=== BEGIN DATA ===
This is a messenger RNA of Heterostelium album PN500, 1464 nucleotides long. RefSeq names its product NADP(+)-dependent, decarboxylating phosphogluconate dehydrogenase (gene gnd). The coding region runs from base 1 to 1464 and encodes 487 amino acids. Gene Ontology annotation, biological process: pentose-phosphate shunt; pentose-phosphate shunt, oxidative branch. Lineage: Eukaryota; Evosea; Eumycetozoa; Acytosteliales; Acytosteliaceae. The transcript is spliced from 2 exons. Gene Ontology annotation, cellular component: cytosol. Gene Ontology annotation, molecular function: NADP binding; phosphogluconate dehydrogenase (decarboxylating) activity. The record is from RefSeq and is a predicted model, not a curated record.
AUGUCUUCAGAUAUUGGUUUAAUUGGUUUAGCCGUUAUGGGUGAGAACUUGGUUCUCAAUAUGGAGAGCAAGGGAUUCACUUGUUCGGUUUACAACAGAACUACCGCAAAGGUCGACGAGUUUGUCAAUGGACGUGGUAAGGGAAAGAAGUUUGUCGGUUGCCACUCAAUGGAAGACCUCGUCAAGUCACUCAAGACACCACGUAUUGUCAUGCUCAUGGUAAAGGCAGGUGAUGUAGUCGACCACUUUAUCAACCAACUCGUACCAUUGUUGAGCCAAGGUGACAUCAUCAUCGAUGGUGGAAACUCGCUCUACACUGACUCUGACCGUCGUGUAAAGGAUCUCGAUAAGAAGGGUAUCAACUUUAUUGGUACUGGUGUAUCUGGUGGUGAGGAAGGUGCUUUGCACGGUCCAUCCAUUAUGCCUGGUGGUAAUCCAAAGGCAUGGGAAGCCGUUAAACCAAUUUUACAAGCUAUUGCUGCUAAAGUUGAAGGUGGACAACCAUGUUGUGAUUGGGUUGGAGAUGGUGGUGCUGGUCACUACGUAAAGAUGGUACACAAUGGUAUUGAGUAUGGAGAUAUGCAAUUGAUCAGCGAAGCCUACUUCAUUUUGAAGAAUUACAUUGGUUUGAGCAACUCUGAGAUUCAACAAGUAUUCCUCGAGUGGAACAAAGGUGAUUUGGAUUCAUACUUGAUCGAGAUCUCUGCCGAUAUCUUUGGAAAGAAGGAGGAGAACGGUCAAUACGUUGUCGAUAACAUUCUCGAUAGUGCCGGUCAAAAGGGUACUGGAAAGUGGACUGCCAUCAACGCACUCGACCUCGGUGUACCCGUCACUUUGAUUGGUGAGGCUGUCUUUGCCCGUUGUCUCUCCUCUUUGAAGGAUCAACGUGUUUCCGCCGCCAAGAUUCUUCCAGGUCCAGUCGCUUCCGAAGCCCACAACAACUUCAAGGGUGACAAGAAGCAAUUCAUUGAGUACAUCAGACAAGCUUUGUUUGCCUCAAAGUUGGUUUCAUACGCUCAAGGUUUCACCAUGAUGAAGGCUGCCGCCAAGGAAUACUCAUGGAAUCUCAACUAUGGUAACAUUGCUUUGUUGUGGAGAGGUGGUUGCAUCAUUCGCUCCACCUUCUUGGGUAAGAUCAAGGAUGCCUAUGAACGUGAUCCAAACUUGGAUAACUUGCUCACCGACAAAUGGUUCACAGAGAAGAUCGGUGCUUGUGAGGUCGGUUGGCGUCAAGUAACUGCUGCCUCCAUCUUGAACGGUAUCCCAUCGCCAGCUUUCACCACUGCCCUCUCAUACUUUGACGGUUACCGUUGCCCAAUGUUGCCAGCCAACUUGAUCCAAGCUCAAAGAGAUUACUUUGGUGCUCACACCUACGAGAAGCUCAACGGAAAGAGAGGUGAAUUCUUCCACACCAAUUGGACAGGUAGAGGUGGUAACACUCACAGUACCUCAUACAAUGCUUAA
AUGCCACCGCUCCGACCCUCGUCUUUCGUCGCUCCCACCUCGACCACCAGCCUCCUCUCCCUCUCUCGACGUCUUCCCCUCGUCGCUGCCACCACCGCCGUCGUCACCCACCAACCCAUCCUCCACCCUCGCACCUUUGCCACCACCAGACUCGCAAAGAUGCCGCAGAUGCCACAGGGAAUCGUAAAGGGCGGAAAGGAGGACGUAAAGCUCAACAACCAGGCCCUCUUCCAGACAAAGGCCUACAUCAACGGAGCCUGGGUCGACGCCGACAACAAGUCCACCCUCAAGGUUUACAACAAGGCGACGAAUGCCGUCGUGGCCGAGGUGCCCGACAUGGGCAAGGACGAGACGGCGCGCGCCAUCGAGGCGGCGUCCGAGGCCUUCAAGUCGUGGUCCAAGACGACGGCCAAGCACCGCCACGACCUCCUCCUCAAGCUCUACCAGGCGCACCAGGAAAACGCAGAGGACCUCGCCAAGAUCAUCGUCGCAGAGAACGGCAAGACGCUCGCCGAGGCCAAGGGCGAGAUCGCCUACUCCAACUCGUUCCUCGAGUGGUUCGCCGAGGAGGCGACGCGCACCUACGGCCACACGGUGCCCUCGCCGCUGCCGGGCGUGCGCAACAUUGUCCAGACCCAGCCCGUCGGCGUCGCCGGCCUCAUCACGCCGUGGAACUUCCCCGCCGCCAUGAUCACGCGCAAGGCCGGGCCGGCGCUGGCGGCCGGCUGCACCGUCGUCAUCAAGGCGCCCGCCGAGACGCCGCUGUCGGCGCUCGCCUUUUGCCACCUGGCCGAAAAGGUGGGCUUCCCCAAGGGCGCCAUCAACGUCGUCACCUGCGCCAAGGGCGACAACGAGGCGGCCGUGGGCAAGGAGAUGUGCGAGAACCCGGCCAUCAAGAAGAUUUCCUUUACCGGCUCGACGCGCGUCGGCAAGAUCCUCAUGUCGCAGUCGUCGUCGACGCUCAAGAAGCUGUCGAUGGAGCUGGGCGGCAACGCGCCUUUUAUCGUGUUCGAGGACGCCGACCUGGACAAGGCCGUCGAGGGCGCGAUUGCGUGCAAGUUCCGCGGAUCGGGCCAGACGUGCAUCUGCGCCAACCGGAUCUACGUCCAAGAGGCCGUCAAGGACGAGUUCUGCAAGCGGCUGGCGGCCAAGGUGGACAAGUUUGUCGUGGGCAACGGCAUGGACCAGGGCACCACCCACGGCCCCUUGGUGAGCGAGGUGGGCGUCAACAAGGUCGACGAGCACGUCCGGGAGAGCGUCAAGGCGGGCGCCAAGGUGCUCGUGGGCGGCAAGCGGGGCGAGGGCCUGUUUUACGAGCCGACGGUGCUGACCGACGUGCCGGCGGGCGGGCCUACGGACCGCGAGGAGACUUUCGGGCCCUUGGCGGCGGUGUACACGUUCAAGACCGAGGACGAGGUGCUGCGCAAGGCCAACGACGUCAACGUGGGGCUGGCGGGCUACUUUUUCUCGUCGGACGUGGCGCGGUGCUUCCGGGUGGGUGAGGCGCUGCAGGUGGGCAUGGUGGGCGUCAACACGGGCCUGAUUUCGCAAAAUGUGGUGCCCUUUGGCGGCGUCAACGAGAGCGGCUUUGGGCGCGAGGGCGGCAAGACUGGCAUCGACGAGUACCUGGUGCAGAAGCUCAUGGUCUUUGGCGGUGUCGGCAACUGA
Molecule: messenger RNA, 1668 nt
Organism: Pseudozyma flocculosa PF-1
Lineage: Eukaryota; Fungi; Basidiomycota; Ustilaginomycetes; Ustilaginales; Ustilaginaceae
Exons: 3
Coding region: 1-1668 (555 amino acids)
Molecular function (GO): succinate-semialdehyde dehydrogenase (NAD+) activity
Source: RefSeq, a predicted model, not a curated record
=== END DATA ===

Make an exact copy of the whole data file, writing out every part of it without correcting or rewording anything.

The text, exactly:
This is a messenger RNA of Heterostelium album PN500, 1464 nucleotides long. RefSeq names its product NADP(+)-dependent, decarboxylating phosphogluconate dehydrogenase (gene gnd). The coding region runs from base 1 to 1464 and encodes 487 amino acids. Gene Ontology annotation, biological process: pentose-phosphate shunt; pentose-phosphate shunt, oxidative branch. Lineage: Eukaryota; Evosea; Eumycetozoa; Acytosteliales; Acytosteliaceae. The transcript is spliced from 2 exons. Gene Ontology annotation, cellular component: cytosol. Gene Ontology annotation, molecular function: NADP binding; phosphogluconate dehydrogenase (decarboxylating) activity. The record is from RefSeq and is a predicted model, not a curated record.
AUGUCUUCAGAUAUUGGUUUAAUUGGUUUAGCCGUUAUGGGUGAGAACUUGGUUCUCAAUAUGGAGAGCAAGGGAUUCACUUGUUCGGUUUACAACAGAACUACCGCAAAGGUCGACGAGUUUGUCAAUGGACGUGGUAAGGGAAAGAAGUUUGUCGGUUGCCACUCAAUGGAAGACCUCGUCAAGUCACUCAAGACACCACGUAUUGUCAUGCUCAUGGUAAAGGCAGGUGAUGUAGUCGACCACUUUAUCAACCAACUCGUACCAUUGUUGAGCCAAGGUGACAUCAUCAUCGAUGGUGGAAACUCGCUCUACACUGACUCUGACCGUCGUGUAAAGGAUCUCGAUAAGAAGGGUAUCAACUUUAUUGGUACUGGUGUAUCUGGUGGUGAGGAAGGUGCUUUGCACGGUCCAUCCAUUAUGCCUGGUGGUAAUCCAAAGGCAUGGGAAGCCGUUAAACCAAUUUUACAAGCUAUUGCUGCUAAAGUUGAAGGUGGACAACCAUGUUGUGAUUGGGUUGGAGAUGGUGGUGCUGGUCACUACGUAAAGAUGGUACACAAUGGUAUUGAGUAUGGAGAUAUGCAAUUGAUCAGCGAAGCCUACUUCAUUUUGAAGAAUUACAUUGGUUUGAGCAACUCUGAGAUUCAACAAGUAUUCCUCGAGUGGAACAAAGGUGAUUUGGAUUCAUACUUGAUCGAGAUCUCUGCCGAUAUCUUUGGAAAGAAGGAGGAGAACGGUCAAUACGUUGUCGAUAACAUUCUCGAUAGUGCCGGUCAAAAGGGUACUGGAAAGUGGACUGCCAUCAACGCACUCGACCUCGGUGUACCCGUCACUUUGAUUGGUGAGGCUGUCUUUGCCCGUUGUCUCUCCUCUUUGAAGGAUCAACGUGUUUCCGCCGCCAAGAUUCUUCCAGGUCCAGUCGCUUCCGAAGCCCACAACAACUUCAAGGGUGACAAGAAGCAAUUCAUUGAGUACAUCAGACAAGCUUUGUUUGCCUCAAAGUUGGUUUCAUACGCUCAAGGUUUCACCAUGAUGAAGGCUGCCGCCAAGGAAUACUCAUGGAAUCUCAACUAUGGUAACAUUGCUUUGUUGUGGAGAGGUGGUUGCAUCAUUCGCUCCACCUUCUUGGGUAAGAUCAAGGAUGCCUAUGAACGUGAUCCAAACUUGGAUAACUUGCUCACCGACAAAUGGUUCACAGAGAAGAUCGGUGCUUGUGAGGUCGGUUGGCGUCAAGUAACUGCUGCCUCCAUCUUGAACGGUAUCCCAUCGCCAGCUUUCACCACUGCCCUCUCAUACUUUGACGGUUACCGUUGCCCAAUGUUGCCAGCCAACUUGAUCCAAGCUCAAAGAGAUUACUUUGGUGCUCACACCUACGAGAAGCUCAACGGAAAGAGAGGUGAAUUCUUCCACACCAAUUGGACAGGUAGAGGUGGUAACACUCACAGUACCUCAUACAAUGCUUAA
AUGCCACCGCUCCGACCCUCGUCUUUCGUCGCUCCCACCUCGACCACCAGCCUCCUCUCCCUCUCUCGACGUCUUCCCCUCGUCGCUGCCACCACCGCCGUCGUCACCCACCAACCCAUCCUCCACCCUCGCACCUUUGCCACCACCAGACUCGCAAAGAUGCCGCAGAUGCCACAGGGAAUCGUAAAGGGCGGAAAGGAGGACGUAAAGCUCAACAACCAGGCCCUCUUCCAGACAAAGGCCUACAUCAACGGAGCCUGGGUCGACGCCGACAACAAGUCCACCCUCAAGGUUUACAACAAGGCGACGAAUGCCGUCGUGGCCGAGGUGCCCGACAUGGGCAAGGACGAGACGGCGCGCGCCAUCGAGGCGGCGUCCGAGGCCUUCAAGUCGUGGUCCAAGACGACGGCCAAGCACCGCCACGACCUCCUCCUCAAGCUCUACCAGGCGCACCAGGAAAACGCAGAGGACCUCGCCAAGAUCAUCGUCGCAGAGAACGGCAAGACGCUCGCCGAGGCCAAGGGCGAGAUCGCCUACUCCAACUCGUUCCUCGAGUGGUUCGCCGAGGAGGCGACGCGCACCUACGGCCACACGGUGCCCUCGCCGCUGCCGGGCGUGCGCAACAUUGUCCAGACCCAGCCCGUCGGCGUCGCCGGCCUCAUCACGCCGUGGAACUUCCCCGCCGCCAUGAUCACGCGCAAGGCCGGGCCGGCGCUGGCGGCCGGCUGCACCGUCGUCAUCAAGGCGCCCGCCGAGACGCCGCUGUCGGCGCUCGCCUUUUGCCACCUGGCCGAAAAGGUGGGCUUCCCCAAGGGCGCCAUCAACGUCGUCACCUGCGCCAAGGGCGACAACGAGGCGGCCGUGGGCAAGGAGAUGUGCGAGAACCCGGCCAUCAAGAAGAUUUCCUUUACCGGCUCGACGCGCGUCGGCAAGAUCCUCAUGUCGCAGUCGUCGUCGACGCUCAAGAAGCUGUCGAUGGAGCUGGGCGGCAACGCGCCUUUUAUCGUGUUCGAGGACGCCGACCUGGACAAGGCCGUCGAGGGCGCGAUUGCGUGCAAGUUCCGCGGAUCGGGCCAGACGUGCAUCUGCGCCAACCGGAUCUACGUCCAAGAGGCCGUCAAGGACGAGUUCUGCAAGCGGCUGGCGGCCAAGGUGGACAAGUUUGUCGUGGGCAACGGCAUGGACCAGGGCACCACCCACGGCCCCUUGGUGAGCGAGGUGGGCGUCAACAAGGUCGACGAGCACGUCCGGGAGAGCGUCAAGGCGGGCGCCAAGGUGCUCGUGGGCGGCAAGCGGGGCGAGGGCCUGUUUUACGAGCCGACGGUGCUGACCGACGUGCCGGCGGGCGGGCCUACGGACCGCGAGGAGACUUUCGGGCCCUUGGCGGCGGUGUACACGUUCAAGACCGAGGACGAGGUGCUGCGCAAGGCCAACGACGUCAACGUGGGGCUGGCGGGCUACUUUUUCUCGUCGGACGUGGCGCGGUGCUUCCGGGUGGGUGAGGCGCUGCAGGUGGGCAUGGUGGGCGUCAACACGGGCCUGAUUUCGCAAAAUGUGGUGCCCUUUGGCGGCGUCAACGAGAGCGGCUUUGGGCGCGAGGGCGGCAAGACUGGCAUCGACGAGUACCUGGUGCAGAAGCUCAUGGUCUUUGGCGGUGUCGGCAACUGA
Molecule: messenger RNA, 1668 nt
Organism: Pseudozyma flocculosa PF-1
Lineage: Eukaryota; Fungi; Basidiomycota; Ustilaginomycetes; Ustilaginales; Ustilaginaceae
Exons: 3
Coding region: 1-1668 (555 amino acids)
Molecular function (GO): succinate-semialdehyde dehydrogenase (NAD+) activity
Source: RefSeq, a predicted model, not a curated record